Weather was not my best subject in flight school, though I readily accepted its importance for pilots. On the FAA written exam for my ATP, six of the eight questions I got wrong were about weather.
Honeywell won a $49 million contract to upgrade the National Weather Service’s ground-radar, wind-profiler network that will predict severe storms earlier and provide more accurate warnings of upcoming storms. Honeywell’s work on the production phase of the next-generation NOAA wind-profiler network includes upgrading the NOAA network of wind profilers that provide upper air wind data for crucial weather forecasting tasks.
Winter weather, freezing temperatures and snow, wind or thunderstorms can add significantly to a flight crew’s stress level. And obtaining accurate and precise weather information is essential, not only for getting there safely, but also for calculating the optimal route in terms of time saved and fuel burned. Many weather tools are of limited use for flight planning because they focus only on the weather that’s happening on the ground.
An FAA plan to consolidate all of the 84 National Weather Service (NWS) forecasters now co-located in the nation’s 21 ATC en route centers into two central forecasting locations has drawn spirited opposition from the National Weather Service Employees Organization (NWSEO), which is claiming the move is unsafe.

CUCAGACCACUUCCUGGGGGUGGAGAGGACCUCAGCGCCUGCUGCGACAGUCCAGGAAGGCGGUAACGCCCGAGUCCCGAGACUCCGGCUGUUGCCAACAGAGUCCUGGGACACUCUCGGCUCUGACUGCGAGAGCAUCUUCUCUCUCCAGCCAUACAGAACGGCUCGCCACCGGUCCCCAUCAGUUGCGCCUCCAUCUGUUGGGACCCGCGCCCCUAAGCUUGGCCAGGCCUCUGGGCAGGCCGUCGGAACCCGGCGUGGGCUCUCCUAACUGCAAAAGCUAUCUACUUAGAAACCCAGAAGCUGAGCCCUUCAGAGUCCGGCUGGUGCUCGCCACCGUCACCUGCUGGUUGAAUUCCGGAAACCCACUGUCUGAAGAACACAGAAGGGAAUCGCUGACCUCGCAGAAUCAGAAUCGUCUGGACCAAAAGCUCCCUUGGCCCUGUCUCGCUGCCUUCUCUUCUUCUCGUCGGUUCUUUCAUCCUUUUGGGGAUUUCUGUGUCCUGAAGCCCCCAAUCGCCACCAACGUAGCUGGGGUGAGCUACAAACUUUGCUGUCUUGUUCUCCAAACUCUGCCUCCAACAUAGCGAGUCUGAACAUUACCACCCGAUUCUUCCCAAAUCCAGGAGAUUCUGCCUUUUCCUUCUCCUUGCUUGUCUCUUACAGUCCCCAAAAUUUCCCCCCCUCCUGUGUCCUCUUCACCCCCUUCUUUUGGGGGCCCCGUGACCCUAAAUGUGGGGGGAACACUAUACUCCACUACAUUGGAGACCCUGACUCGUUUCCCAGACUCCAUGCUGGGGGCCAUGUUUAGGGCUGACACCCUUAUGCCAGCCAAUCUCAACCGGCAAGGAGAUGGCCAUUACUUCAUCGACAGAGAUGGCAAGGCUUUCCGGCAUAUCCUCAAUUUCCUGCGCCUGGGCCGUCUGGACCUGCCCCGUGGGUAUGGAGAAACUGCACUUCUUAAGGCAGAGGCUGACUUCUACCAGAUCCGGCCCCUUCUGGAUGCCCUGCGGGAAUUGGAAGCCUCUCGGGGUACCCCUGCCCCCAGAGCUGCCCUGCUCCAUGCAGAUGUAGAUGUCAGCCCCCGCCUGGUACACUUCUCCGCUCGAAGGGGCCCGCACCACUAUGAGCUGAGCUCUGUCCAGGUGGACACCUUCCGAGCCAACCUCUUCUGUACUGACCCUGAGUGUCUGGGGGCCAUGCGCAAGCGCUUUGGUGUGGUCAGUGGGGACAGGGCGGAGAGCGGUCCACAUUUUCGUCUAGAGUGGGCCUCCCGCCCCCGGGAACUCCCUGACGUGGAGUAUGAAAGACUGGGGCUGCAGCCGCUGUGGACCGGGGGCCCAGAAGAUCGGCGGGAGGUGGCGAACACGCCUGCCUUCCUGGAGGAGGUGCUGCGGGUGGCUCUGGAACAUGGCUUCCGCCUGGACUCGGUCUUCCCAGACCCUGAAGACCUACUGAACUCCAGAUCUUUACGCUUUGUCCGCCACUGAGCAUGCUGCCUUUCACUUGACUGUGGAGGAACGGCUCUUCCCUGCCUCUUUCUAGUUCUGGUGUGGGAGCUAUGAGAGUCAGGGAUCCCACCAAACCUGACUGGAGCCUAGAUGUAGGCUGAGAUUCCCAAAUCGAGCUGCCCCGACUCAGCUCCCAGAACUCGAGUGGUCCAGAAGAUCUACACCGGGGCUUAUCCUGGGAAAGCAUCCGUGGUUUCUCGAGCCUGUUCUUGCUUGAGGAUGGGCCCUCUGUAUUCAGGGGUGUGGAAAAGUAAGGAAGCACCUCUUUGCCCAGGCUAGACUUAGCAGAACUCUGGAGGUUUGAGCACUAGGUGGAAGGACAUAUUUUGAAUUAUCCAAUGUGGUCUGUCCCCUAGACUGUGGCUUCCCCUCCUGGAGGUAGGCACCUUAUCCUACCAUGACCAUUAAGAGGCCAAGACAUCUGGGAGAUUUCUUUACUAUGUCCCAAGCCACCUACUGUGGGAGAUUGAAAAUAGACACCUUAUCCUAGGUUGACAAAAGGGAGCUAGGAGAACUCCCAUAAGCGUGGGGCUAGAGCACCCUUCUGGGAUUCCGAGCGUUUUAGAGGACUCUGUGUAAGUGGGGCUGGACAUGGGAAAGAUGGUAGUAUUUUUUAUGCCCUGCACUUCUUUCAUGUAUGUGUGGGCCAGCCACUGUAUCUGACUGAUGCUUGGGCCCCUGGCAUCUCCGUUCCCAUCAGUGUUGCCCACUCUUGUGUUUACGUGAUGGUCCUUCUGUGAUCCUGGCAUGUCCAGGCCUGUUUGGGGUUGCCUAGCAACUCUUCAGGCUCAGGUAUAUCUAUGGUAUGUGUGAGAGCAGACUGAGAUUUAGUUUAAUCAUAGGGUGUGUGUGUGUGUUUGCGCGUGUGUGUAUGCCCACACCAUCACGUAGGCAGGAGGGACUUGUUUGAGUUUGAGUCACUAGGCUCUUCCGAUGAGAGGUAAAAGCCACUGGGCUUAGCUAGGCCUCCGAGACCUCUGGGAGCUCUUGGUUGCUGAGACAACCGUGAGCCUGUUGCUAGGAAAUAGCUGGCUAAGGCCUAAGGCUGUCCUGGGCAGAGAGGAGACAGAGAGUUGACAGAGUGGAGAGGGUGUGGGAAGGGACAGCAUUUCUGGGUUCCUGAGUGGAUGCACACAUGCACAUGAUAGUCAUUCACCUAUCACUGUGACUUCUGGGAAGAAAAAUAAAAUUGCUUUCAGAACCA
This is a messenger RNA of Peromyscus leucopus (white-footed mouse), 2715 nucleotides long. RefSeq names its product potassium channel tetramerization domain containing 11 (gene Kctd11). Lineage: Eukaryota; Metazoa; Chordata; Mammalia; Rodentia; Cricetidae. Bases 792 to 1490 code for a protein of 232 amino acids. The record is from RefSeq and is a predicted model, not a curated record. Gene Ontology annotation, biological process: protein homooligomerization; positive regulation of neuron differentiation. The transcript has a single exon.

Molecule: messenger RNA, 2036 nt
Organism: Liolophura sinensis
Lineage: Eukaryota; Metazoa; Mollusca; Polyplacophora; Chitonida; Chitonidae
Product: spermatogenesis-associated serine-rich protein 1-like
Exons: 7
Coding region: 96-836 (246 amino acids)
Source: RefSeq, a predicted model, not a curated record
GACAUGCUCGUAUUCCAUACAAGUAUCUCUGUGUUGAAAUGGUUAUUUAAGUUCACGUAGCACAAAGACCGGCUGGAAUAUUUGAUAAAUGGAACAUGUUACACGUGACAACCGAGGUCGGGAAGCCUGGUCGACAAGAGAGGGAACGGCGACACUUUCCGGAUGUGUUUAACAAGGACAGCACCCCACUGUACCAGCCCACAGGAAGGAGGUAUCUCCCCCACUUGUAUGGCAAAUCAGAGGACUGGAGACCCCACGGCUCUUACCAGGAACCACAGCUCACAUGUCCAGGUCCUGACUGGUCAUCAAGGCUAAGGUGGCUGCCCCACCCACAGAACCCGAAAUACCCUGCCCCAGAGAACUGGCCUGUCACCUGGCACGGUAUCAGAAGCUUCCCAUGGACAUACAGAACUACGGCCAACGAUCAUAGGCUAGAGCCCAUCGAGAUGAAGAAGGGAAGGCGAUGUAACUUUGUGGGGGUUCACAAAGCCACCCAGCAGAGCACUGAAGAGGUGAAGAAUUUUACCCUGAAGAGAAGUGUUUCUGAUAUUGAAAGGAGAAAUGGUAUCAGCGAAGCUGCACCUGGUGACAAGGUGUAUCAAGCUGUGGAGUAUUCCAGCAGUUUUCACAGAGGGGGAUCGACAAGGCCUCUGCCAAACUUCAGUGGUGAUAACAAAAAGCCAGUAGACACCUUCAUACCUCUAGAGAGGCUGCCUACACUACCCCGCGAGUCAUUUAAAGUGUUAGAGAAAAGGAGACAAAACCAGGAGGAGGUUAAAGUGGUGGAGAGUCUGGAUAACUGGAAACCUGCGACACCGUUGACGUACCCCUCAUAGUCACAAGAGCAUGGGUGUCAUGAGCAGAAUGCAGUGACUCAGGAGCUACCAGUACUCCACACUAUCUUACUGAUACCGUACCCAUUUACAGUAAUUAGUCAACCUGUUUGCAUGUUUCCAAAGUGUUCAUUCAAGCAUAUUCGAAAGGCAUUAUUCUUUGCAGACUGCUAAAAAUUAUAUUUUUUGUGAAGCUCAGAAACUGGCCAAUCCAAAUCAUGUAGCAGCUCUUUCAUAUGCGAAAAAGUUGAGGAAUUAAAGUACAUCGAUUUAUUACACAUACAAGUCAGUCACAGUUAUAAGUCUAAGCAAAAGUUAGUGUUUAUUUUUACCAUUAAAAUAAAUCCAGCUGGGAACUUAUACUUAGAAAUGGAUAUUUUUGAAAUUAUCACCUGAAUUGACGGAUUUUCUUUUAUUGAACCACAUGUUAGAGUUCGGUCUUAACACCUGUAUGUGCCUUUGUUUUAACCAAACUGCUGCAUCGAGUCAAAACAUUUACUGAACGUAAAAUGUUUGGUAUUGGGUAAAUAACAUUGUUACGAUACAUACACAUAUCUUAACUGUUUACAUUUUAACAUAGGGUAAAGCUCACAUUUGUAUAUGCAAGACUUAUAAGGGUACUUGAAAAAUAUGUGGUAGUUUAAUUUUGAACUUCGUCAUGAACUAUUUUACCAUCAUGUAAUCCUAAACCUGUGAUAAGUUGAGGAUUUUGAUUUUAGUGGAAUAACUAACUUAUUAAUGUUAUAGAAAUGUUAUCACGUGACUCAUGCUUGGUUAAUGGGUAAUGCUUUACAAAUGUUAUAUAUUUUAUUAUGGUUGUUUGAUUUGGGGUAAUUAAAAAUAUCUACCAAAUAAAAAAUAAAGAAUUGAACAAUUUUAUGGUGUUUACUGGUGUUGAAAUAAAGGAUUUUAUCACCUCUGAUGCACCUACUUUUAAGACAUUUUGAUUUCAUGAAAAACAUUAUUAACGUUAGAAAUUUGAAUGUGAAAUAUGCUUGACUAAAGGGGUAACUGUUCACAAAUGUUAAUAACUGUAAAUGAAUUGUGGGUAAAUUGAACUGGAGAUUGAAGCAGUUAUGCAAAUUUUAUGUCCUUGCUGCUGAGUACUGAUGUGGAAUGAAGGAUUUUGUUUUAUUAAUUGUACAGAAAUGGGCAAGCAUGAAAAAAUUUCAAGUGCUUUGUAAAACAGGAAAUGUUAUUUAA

Without the ability to understand and accurately forecast weather, NextGen technology won’t amount to much. For that reason, industry participants including Baron Services, NCAR and the FAA are not only working to integrate weather into the NextGen technology, but they are also working to improve forecasting techniques.
One of the first steps in developing the technology to automate the National Airspace System (NAS) is to coordinate and manage the data that is necessary for the technology to work properly. The system-wide information management (Swim) platform will allow all of the NextGen systems to “speak” to one another, as well as to other systems within other government agencies and industry partners, according to the FAA.
The focus of the NextGen Air Transportation System has largely been on the development of satellite-based navigation systems, trajectory-based operations and the various technologies that will form the underlying structure of the nation’s future ATC system. But NextGen’s success is not dependent upon new procedures and inventions.
The National Convective Weather Forecast (NCWF), which combines National Weather Service (NWS) radar mosaics and cloud-to-ground lightning data into a
six-color hazardous weather depiction, is now available on the Internet and the NWS information networks.
Although the official raison d’etre for the Friends/Partners in Aviation Weather is to coordinate the needs of users and the ability of the National Weather Service (NWS) and the FAA to serve those needs, it could be likened to a nagging spouse.
OK, so we all know that no one ever does anything more than talk about the weather. But the folks at the National Weather Service’s aviation branch are doing their best to make sure that when they do talk about the aviation climate, at least the dialogue is as accurate as possible.
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